Rose Farina, longtime Chicago cultural arbiter, dies at 88

Farina was director of programs and exhibits at the Richard J. Daley Center

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By MARK FARINA

Contributor

Rose Farina — the longtime director of programs and exhibits at the Richard J. Daley Center in Downtown Chicago and the creator of the Weekday "Under the Picasso" free noontime entertainment programs — died on Nov. 2. She was 88. 

She was the mother of four sons, seven grandchildren, four great-grandchildren and the devoted wife of former Chicago alderman, World War II army veteran and civic leader Louis Farina. The couple was married for 60 years. 

Rose Farina began the wonderful noontime programs in what was then the Civic Center Plaza at the request of Mayor Richard J. Daley. She had previously worked as the ethnic coordinator for the Chicago Bicentennial Committee from 1975 to 1976. Farina would go on to serve under six different mayors during the 28 years she was with the city's Department of Cultural Affairs (formerly the Department of Fine Arts). 

She received countless accolades from throughout the ethnic, arts and entertainment community in Chicago and across the state, and was an early promoter of Black History Month. She also pushed for the recognition of military veterans, including those who fought in Vietnam.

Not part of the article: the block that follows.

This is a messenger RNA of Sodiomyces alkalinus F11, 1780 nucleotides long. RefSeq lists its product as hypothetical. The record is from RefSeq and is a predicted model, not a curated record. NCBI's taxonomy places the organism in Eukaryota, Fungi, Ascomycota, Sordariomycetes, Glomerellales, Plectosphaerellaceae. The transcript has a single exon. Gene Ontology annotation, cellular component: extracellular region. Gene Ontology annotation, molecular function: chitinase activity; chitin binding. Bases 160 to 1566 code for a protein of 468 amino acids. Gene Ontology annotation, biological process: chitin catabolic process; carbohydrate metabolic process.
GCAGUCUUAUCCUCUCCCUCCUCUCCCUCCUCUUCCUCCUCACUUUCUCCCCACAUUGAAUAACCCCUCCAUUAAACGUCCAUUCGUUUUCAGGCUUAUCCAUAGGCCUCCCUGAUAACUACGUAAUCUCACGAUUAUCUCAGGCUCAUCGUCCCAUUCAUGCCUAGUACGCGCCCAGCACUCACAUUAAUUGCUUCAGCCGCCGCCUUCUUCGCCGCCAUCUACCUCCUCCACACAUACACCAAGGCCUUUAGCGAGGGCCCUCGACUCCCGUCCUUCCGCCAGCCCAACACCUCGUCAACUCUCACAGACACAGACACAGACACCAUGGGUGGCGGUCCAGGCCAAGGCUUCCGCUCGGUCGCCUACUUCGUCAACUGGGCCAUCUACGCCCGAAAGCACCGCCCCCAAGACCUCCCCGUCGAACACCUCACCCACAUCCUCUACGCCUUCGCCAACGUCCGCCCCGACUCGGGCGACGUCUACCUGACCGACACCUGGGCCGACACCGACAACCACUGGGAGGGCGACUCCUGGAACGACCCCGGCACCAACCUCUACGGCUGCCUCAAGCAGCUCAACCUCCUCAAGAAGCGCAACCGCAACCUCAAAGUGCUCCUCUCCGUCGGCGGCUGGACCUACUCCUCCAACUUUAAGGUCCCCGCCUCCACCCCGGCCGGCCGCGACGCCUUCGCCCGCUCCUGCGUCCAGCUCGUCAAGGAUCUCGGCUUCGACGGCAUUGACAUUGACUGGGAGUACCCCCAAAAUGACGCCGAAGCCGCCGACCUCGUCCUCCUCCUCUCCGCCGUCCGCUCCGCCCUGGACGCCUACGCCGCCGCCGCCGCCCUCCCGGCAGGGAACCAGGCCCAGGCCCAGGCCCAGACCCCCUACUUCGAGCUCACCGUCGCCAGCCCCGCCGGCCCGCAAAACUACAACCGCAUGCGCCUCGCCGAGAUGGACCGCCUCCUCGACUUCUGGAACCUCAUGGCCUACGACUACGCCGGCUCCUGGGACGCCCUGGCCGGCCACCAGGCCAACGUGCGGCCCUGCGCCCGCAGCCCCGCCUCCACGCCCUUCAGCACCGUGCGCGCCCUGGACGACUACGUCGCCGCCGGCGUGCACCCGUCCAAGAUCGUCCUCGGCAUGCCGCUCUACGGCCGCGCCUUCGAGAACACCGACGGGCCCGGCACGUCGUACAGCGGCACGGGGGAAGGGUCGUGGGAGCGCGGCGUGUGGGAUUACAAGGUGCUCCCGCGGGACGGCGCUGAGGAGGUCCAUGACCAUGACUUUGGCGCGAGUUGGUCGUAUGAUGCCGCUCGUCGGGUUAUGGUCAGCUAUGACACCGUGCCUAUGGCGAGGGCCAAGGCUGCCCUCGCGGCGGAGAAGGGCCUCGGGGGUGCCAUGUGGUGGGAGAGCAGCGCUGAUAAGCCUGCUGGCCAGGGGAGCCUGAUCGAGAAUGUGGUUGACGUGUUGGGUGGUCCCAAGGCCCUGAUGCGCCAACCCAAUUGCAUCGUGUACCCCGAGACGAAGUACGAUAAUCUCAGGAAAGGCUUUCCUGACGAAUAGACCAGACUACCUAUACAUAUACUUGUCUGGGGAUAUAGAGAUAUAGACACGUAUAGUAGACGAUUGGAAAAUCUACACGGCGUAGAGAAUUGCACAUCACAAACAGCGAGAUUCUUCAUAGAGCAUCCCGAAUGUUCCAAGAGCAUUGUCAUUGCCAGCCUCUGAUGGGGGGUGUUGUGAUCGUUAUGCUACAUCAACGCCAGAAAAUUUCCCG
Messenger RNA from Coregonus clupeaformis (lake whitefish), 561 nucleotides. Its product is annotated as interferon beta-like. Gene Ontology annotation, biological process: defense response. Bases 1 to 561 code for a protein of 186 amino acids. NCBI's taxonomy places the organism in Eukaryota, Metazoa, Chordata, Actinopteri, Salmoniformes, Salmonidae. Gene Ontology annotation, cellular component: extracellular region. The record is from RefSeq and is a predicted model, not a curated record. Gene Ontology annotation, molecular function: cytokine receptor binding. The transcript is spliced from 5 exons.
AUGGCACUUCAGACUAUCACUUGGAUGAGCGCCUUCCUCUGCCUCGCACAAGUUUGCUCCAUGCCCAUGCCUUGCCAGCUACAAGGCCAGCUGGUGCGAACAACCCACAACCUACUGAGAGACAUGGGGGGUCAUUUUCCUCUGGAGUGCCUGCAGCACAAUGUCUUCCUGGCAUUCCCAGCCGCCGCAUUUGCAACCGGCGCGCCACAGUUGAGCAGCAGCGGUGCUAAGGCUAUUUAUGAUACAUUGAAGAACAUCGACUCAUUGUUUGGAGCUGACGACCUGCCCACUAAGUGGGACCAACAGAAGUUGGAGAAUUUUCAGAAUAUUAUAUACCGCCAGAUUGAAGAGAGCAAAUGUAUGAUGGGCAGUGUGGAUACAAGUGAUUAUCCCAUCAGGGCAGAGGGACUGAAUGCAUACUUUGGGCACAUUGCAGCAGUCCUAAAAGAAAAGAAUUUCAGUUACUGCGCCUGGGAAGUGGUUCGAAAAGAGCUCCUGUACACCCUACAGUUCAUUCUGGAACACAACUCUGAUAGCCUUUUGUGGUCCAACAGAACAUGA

IN 1993, Farina was recognized as one of Chicago's 100 Prominent Women, as part of the "Circle of Honor" Art Exhibit that saluted the contributions of 100 activists, artists and businesswomen.

Farina received many recognitions over her long career, including a Superior Public Service Certificate. She was also recognized by former Mayor Richard M. Daley, the Chicago City Council, the Joint Committee of Italian Americans, the U.S. Department of Defense and more than 40 foreign governments. The Department of Cultural Affairs even donated a piano in her name and she was the Sicilian Cultural Association's first Medal of Merit Recipient. 

One of her proudest achievements took place in 1993, when she invited the Italian town of Marostica to bring their Medieval Human Chess Game to Chicago and stage a performance in full costume at the Daley Center Plaza, which was decorated as a huge chess board.   

The daughter of Italian Immigrants who came from the small mountain town of Ciminna, Sicily, Farina was the fourth of five children of James Torina, a plasterer and U.S. Army Veteran of World War I, and Francesca Graziano, a seamstress who worked in a parachute manufacturing factory during World War II.

She attended Waller (Now Lincoln Park) High School and was a longtime resident of Galewood. She is survived by three of her four sons: Philip, James and Mark. Her son Richard passed away in 2016.

Visitation will be Thursday, Nov. 21, from 3 p.m. to 9 p.m., at the Salerno Galewood Chapel, 1857 N. Harlem Ave. in Chicago. Funeral Services are on Friday, Nov. 22, starting from the funeral chapel at 9 a.m., with services at 10 a.m., at St. Giles Catholic Church, 1045 N. Columbian Ave. in Oak Park. There will be a private burial.

CONTACT: michael@austinweeklynews.com  

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